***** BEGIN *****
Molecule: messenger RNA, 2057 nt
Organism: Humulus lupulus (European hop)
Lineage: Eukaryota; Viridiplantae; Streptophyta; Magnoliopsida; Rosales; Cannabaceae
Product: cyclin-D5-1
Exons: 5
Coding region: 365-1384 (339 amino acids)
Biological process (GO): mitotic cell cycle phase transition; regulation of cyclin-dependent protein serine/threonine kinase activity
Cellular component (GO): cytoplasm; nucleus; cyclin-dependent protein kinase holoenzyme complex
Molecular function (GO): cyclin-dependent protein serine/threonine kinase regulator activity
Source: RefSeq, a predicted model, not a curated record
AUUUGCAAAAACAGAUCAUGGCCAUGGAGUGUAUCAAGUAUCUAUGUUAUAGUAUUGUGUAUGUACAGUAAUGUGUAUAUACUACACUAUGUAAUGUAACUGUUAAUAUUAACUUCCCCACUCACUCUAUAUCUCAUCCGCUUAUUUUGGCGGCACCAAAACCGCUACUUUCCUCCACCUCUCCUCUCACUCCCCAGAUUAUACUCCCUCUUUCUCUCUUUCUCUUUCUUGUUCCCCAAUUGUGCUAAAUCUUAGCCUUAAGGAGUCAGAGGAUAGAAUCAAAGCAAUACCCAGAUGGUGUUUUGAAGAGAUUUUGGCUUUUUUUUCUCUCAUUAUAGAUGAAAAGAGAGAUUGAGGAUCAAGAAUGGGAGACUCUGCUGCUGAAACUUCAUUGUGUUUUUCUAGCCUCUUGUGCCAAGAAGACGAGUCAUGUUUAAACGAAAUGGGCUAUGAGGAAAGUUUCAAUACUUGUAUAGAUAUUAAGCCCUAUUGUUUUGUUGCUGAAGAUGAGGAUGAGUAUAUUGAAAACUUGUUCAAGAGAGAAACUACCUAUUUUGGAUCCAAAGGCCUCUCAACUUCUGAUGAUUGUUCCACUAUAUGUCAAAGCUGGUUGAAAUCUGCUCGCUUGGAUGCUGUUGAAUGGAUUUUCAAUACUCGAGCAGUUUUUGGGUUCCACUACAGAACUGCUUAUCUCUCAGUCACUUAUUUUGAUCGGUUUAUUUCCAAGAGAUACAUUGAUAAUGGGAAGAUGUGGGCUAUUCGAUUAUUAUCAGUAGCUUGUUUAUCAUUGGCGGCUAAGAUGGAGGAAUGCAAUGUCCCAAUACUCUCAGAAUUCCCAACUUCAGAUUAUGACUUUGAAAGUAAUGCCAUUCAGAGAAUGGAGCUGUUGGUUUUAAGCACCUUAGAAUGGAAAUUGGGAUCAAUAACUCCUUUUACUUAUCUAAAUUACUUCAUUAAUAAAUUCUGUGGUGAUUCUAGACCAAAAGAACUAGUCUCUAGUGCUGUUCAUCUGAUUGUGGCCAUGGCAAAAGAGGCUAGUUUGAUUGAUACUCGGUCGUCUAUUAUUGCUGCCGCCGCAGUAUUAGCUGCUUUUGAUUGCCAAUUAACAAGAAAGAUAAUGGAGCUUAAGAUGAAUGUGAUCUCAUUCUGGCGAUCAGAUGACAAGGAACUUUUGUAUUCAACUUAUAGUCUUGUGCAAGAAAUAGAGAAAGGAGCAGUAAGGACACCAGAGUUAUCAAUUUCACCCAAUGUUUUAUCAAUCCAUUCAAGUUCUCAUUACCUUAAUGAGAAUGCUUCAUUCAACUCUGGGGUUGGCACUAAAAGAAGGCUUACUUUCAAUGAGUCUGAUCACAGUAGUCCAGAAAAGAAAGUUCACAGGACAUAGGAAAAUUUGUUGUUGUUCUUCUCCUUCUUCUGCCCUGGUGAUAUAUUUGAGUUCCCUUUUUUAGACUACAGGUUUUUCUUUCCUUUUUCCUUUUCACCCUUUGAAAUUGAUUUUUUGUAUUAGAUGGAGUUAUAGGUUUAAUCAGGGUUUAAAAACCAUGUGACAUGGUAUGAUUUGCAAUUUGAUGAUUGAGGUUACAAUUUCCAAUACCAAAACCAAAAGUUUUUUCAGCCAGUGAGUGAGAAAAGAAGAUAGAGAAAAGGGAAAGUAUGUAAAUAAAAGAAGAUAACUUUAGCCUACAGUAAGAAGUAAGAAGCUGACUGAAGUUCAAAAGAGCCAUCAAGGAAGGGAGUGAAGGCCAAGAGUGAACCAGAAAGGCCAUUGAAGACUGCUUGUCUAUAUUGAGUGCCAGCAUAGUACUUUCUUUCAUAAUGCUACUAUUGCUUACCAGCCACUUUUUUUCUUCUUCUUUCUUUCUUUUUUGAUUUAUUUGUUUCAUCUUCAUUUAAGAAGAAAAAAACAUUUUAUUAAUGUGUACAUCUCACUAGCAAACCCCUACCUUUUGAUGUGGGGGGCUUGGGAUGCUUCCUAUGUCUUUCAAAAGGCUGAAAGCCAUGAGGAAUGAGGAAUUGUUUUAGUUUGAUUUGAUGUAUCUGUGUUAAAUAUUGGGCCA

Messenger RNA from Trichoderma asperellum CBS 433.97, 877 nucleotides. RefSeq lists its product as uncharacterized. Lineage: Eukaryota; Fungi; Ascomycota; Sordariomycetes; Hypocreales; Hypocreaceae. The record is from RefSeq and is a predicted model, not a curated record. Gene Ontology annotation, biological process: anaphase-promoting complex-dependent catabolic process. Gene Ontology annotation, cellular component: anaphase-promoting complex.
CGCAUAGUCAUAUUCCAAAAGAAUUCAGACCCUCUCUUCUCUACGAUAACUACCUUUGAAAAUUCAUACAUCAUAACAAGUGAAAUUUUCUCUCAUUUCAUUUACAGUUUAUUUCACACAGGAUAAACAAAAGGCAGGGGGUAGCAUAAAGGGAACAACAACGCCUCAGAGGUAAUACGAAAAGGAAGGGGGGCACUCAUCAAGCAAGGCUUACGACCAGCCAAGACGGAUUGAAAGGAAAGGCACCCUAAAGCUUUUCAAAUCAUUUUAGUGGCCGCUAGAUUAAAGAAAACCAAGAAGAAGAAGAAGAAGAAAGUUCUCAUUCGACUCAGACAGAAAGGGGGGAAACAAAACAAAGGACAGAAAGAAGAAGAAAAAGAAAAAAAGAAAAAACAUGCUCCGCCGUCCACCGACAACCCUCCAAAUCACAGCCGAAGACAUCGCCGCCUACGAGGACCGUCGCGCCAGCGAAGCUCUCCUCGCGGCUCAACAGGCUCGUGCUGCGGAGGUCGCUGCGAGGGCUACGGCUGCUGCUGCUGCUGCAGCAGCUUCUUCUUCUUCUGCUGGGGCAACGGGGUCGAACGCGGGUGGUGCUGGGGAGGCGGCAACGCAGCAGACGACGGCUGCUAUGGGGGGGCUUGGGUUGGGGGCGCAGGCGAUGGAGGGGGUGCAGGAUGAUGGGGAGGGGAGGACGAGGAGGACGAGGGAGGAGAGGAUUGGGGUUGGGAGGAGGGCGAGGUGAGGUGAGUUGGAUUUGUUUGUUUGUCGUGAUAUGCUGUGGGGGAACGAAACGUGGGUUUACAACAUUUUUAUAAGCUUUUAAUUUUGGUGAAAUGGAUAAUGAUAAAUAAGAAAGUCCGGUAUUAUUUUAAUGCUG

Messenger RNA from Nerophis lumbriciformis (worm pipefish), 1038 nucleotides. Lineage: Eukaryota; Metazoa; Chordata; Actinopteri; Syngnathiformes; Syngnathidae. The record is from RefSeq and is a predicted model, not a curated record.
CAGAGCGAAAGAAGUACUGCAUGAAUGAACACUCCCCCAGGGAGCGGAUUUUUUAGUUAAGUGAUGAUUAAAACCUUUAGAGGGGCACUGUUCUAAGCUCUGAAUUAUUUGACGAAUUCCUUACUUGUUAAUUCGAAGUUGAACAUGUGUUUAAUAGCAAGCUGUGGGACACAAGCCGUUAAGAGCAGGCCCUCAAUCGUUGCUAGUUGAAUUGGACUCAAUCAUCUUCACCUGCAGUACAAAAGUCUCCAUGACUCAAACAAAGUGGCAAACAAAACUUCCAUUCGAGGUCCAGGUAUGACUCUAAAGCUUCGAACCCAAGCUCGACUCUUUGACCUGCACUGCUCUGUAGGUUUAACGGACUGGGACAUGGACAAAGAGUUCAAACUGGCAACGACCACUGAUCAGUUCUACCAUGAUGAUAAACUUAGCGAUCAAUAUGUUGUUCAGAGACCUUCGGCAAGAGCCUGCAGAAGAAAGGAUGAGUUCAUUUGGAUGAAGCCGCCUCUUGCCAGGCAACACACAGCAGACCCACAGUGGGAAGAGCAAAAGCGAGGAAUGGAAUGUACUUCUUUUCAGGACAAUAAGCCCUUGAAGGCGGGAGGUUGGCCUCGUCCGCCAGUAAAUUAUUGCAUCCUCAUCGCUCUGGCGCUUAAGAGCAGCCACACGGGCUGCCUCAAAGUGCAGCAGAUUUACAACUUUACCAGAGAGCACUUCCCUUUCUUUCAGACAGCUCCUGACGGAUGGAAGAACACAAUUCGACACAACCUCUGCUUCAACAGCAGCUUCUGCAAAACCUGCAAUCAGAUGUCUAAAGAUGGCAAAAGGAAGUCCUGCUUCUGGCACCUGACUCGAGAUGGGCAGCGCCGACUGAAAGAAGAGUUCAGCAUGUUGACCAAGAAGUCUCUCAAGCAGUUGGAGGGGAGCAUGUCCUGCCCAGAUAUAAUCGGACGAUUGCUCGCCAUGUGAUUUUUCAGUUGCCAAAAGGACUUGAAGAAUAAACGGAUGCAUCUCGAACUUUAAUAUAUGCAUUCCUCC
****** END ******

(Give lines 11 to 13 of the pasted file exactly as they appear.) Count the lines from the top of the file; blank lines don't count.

AUUUGCAAAAACAGAUCAUGGCCAUGGAGUGUAUCAAGUAUCUAUGUUAUAGUAUUGUGUAUGUACAGUAAUGUGUAUAUACUACACUAUGUAAUGUAACUGUUAAUAUUAACUUCCCCACUCACUCUAUAUCUCAUCCGCUUAUUUUGGCGGCACCAAAACCGCUACUUUCCUCCACCUCUCCUCUCACUCCCCAGAUUAUACUCCCUCUUUCUCUCUUUCUCUUUCUUGUUCCCCAAUUGUGCUAAAUCUUAGCCUUAAGGAGUCAGAGGAUAGAAUCAAAGCAAUACCCAGAUGGUGUUUUGAAGAGAUUUUGGCUUUUUUUUCUCUCAUUAUAGAUGAAAAGAGAGAUUGAGGAUCAAGAAUGGGAGACUCUGCUGCUGAAACUUCAUUGUGUUUUUCUAGCCUCUUGUGCCAAGAAGACGAGUCAUGUUUAAACGAAAUGGGCUAUGAGGAAAGUUUCAAUACUUGUAUAGAUAUUAAGCCCUAUUGUUUUGUUGCUGAAGAUGAGGAUGAGUAUAUUGAAAACUUGUUCAAGAGAGAAACUACCUAUUUUGGAUCCAAAGGCCUCUCAACUUCUGAUGAUUGUUCCACUAUAUGUCAAAGCUGGUUGAAAUCUGCUCGCUUGGAUGCUGUUGAAUGGAUUUUCAAUACUCGAGCAGUUUUUGGGUUCCACUACAGAACUGCUUAUCUCUCAGUCACUUAUUUUGAUCGGUUUAUUUCCAAGAGAUACAUUGAUAAUGGGAAGAUGUGGGCUAUUCGAUUAUUAUCAGUAGCUUGUUUAUCAUUGGCGGCUAAGAUGGAGGAAUGCAAUGUCCCAAUACUCUCAGAAUUCCCAACUUCAGAUUAUGACUUUGAAAGUAAUGCCAUUCAGAGAAUGGAGCUGUUGGUUUUAAGCACCUUAGAAUGGAAAUUGGGAUCAAUAACUCCUUUUACUUAUCUAAAUUACUUCAUUAAUAAAUUCUGUGGUGAUUCUAGACCAAAAGAACUAGUCUCUAGUGCUGUUCAUCUGAUUGUGGCCAUGGCAAAAGAGGCUAGUUUGAUUGAUACUCGGUCGUCUAUUAUUGCUGCCGCCGCAGUAUUAGCUGCUUUUGAUUGCCAAUUAACAAGAAAGAUAAUGGAGCUUAAGAUGAAUGUGAUCUCAUUCUGGCGAUCAGAUGACAAGGAACUUUUGUAUUCAACUUAUAGUCUUGUGCAAGAAAUAGAGAAAGGAGCAGUAAGGACACCAGAGUUAUCAAUUUCACCCAAUGUUUUAUCAAUCCAUUCAAGUUCUCAUUACCUUAAUGAGAAUGCUUCAUUCAACUCUGGGGUUGGCACUAAAAGAAGGCUUACUUUCAAUGAGUCUGAUCACAGUAGUCCAGAAAAGAAAGUUCACAGGACAUAGGAAAAUUUGUUGUUGUUCUUCUCCUUCUUCUGCCCUGGUGAUAUAUUUGAGUUCCCUUUUUUAGACUACAGGUUUUUCUUUCCUUUUUCCUUUUCACCCUUUGAAAUUGAUUUUUUGUAUUAGAUGGAGUUAUAGGUUUAAUCAGGGUUUAAAAACCAUGUGACAUGGUAUGAUUUGCAAUUUGAUGAUUGAGGUUACAAUUUCCAAUACCAAAACCAAAAGUUUUUUCAGCCAGUGAGUGAGAAAAGAAGAUAGAGAAAAGGGAAAGUAUGUAAAUAAAAGAAGAUAACUUUAGCCUACAGUAAGAAGUAAGAAGCUGACUGAAGUUCAAAAGAGCCAUCAAGGAAGGGAGUGAAGGCCAAGAGUGAACCAGAAAGGCCAUUGAAGACUGCUUGUCUAUAUUGAGUGCCAGCAUAGUACUUUCUUUCAUAAUGCUACUAUUGCUUACCAGCCACUUUUUUUCUUCUUCUUUCUUUCUUUUUUGAUUUAUUUGUUUCAUCUUCAUUUAAGAAGAAAAAAACAUUUUAUUAAUGUGUACAUCUCACUAGCAAACCCCUACCUUUUGAUGUGGGGGGCUUGGGAUGCUUCCUAUGUCUUUCAAAAGGCUGAAAGCCAUGAGGAAUGAGGAAUUGUUUUAGUUUGAUUUGAUGUAUCUGUGUUAAAUAUUGGGCCA

Messenger RNA from Trichoderma asperellum CBS 433.97, 877 nucleotides. RefSeq lists its product as uncharacterized. Lineage: Eukaryota; Fungi; Ascomycota; Sordariomycetes; Hypocreales; Hypocreaceae. The record is from RefSeq and is a predicted model, not a curated record. Gene Ontology annotation, biological process: anaphase-promoting complex-dependent catabolic process. Gene Ontology annotation, cellular component: anaphase-promoting complex.
CGCAUAGUCAUAUUCCAAAAGAAUUCAGACCCUCUCUUCUCUACGAUAACUACCUUUGAAAAUUCAUACAUCAUAACAAGUGAAAUUUUCUCUCAUUUCAUUUACAGUUUAUUUCACACAGGAUAAACAAAAGGCAGGGGGUAGCAUAAAGGGAACAACAACGCCUCAGAGGUAAUACGAAAAGGAAGGGGGGCACUCAUCAAGCAAGGCUUACGACCAGCCAAGACGGAUUGAAAGGAAAGGCACCCUAAAGCUUUUCAAAUCAUUUUAGUGGCCGCUAGAUUAAAGAAAACCAAGAAGAAGAAGAAGAAGAAAGUUCUCAUUCGACUCAGACAGAAAGGGGGGAAACAAAACAAAGGACAGAAAGAAGAAGAAAAAGAAAAAAAGAAAAAACAUGCUCCGCCGUCCACCGACAACCCUCCAAAUCACAGCCGAAGACAUCGCCGCCUACGAGGACCGUCGCGCCAGCGAAGCUCUCCUCGCGGCUCAACAGGCUCGUGCUGCGGAGGUCGCUGCGAGGGCUACGGCUGCUGCUGCUGCUGCAGCAGCUUCUUCUUCUUCUGCUGGGGCAACGGGGUCGAACGCGGGUGGUGCUGGGGAGGCGGCAACGCAGCAGACGACGGCUGCUAUGGGGGGGCUUGGGUUGGGGGCGCAGGCGAUGGAGGGGGUGCAGGAUGAUGGGGAGGGGAGGACGAGGAGGACGAGGGAGGAGAGGAUUGGGGUUGGGAGGAGGGCGAGGUGAGGUGAGUUGGAUUUGUUUGUUUGUCGUGAUAUGCUGUGGGGGAACGAAACGUGGGUUUACAACAUUUUUAUAAGCUUUUAAUUUUGGUGAAAUGGAUAAUGAUAAAUAAGAAAGUCCGGUAUUAUUUUAAUGCUG